Heritage Inventory History of Site: The New Adventure tunnel and tail-race was cut by Griffiths and party, through a high rocky bluff known as Frenchman's Hill, on Livingstone Creek opposite Omeo township, in 1868. By diverting the creek waters through their 'extensive' tunnel, the party was able to re-work a large section of the best part of the creek bed. In 1870 the New Adventure claim was in abeyance, but work re-started after it was bought by a Chinese party. Disastrous floods in 1871 levelled most of the creek claims, but the damage was repaired and the New Adventure was the premier alluvial ground on Livingstone Creek in 1872. No further reference was found to the New Adventure claim and tunnel, but large-scale sluicing operations on Livingstone Creek continued until early this century.
NEW ADVENTURE CO DIVERSION SLUICE - Interpretation of Site
2020 Site Card submitted: The analysis of the site remains unchanged from the original site listing (H8423-0002) however the location was incorrectly mapped. Please see attached maps for correct location.
NEW ADVENTURE CO DIVERSION SLUICE - Heritage Inventory Description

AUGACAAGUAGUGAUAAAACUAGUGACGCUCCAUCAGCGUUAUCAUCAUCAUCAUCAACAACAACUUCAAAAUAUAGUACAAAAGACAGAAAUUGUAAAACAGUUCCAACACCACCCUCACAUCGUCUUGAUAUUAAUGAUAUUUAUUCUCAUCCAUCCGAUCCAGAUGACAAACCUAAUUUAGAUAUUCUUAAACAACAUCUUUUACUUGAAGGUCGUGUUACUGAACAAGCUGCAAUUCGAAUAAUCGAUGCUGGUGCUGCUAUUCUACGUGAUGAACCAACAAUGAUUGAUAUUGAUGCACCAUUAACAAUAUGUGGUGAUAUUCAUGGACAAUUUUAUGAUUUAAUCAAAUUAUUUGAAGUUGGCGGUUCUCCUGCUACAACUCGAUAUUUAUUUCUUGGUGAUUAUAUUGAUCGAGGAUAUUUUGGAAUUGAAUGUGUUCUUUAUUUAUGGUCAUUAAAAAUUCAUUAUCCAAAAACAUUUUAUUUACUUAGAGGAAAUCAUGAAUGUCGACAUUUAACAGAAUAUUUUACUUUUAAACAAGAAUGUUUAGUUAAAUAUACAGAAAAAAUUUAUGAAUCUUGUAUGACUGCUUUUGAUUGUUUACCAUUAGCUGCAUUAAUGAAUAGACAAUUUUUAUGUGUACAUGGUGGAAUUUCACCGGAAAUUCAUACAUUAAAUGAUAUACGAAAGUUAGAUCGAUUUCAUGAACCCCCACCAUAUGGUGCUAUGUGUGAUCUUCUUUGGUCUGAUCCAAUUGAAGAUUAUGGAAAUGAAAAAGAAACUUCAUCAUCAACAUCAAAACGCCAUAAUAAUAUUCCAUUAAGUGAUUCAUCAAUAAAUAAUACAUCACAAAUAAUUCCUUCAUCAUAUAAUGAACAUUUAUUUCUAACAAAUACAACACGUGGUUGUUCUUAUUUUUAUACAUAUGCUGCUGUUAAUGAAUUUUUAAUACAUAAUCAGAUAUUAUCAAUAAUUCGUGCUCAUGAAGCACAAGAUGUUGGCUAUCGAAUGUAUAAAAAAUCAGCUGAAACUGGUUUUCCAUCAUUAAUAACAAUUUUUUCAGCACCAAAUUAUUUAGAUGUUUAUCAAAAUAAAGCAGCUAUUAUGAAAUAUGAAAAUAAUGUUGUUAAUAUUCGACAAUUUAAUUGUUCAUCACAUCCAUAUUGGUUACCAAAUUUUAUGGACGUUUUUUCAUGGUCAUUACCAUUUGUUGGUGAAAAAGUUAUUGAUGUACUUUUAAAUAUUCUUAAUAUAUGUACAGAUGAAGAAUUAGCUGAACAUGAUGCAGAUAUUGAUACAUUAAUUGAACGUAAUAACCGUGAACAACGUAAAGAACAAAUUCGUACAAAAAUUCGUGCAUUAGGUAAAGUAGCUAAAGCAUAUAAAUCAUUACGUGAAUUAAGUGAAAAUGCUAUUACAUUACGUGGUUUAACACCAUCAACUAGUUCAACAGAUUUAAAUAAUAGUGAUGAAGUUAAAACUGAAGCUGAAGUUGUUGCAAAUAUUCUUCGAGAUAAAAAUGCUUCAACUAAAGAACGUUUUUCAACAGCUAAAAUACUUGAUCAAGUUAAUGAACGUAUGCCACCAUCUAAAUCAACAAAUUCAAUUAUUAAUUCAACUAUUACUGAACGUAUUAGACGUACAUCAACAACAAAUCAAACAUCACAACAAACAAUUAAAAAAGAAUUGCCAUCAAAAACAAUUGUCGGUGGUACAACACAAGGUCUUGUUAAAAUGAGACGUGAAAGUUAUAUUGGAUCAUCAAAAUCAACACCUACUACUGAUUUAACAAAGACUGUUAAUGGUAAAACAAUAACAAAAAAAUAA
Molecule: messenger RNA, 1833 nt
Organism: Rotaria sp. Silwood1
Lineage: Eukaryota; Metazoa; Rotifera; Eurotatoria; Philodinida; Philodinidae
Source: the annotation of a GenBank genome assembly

2020 Site Card submitted: The New Adventure tunnel and tail-race runs across the narrow area at a horseshoe bend of Livingstone Creek through a high rocky bluff known as Frenchman’s Hill, on Livingstone Creek opposite Omeo township. The diversion consists of a 20 metre long cutting and a 75 metre long tunnel. The tunnel and tail-race were cut by Griffiths and party, for the New Adventure Mining co. through a high rocky bluff known as Frenchman's Hill in 1868. The tunnel allowed the mining of a large section of the creek bed. Mining had ceased by 1870, but work re-started after it was bought by a Chinese party. Note that the mapping for the site on the Victorian Heritage Inventory is incorrect and places it about 200 metres north of its actual site and should be updated as part of this study. A concrete regulating structure has been constructed over the tunnel entrance which runs of the town swimming hole. This includes a walkway across the top. Foot paths and vehicle tracks from footbridges and fords across the creek converge at the top of the ridge adjacent to the tunnel outlet and tail race. A timber post and rail fence is constructed around the top of the tail race cut, which has a steep drop of about 15 metres. There are also a number of deep shafts in the area opposite the township on the west side of Livingstone Creek as well as large areas of sluiced ground. 75m long tunnel and 20m long cutting. The tunnel can be blocked off and the large pool at its entrance used as the town's swimming pool.Heritage Inventory Significance: RegionalScientific significance?intactnessSocial value?swimming pool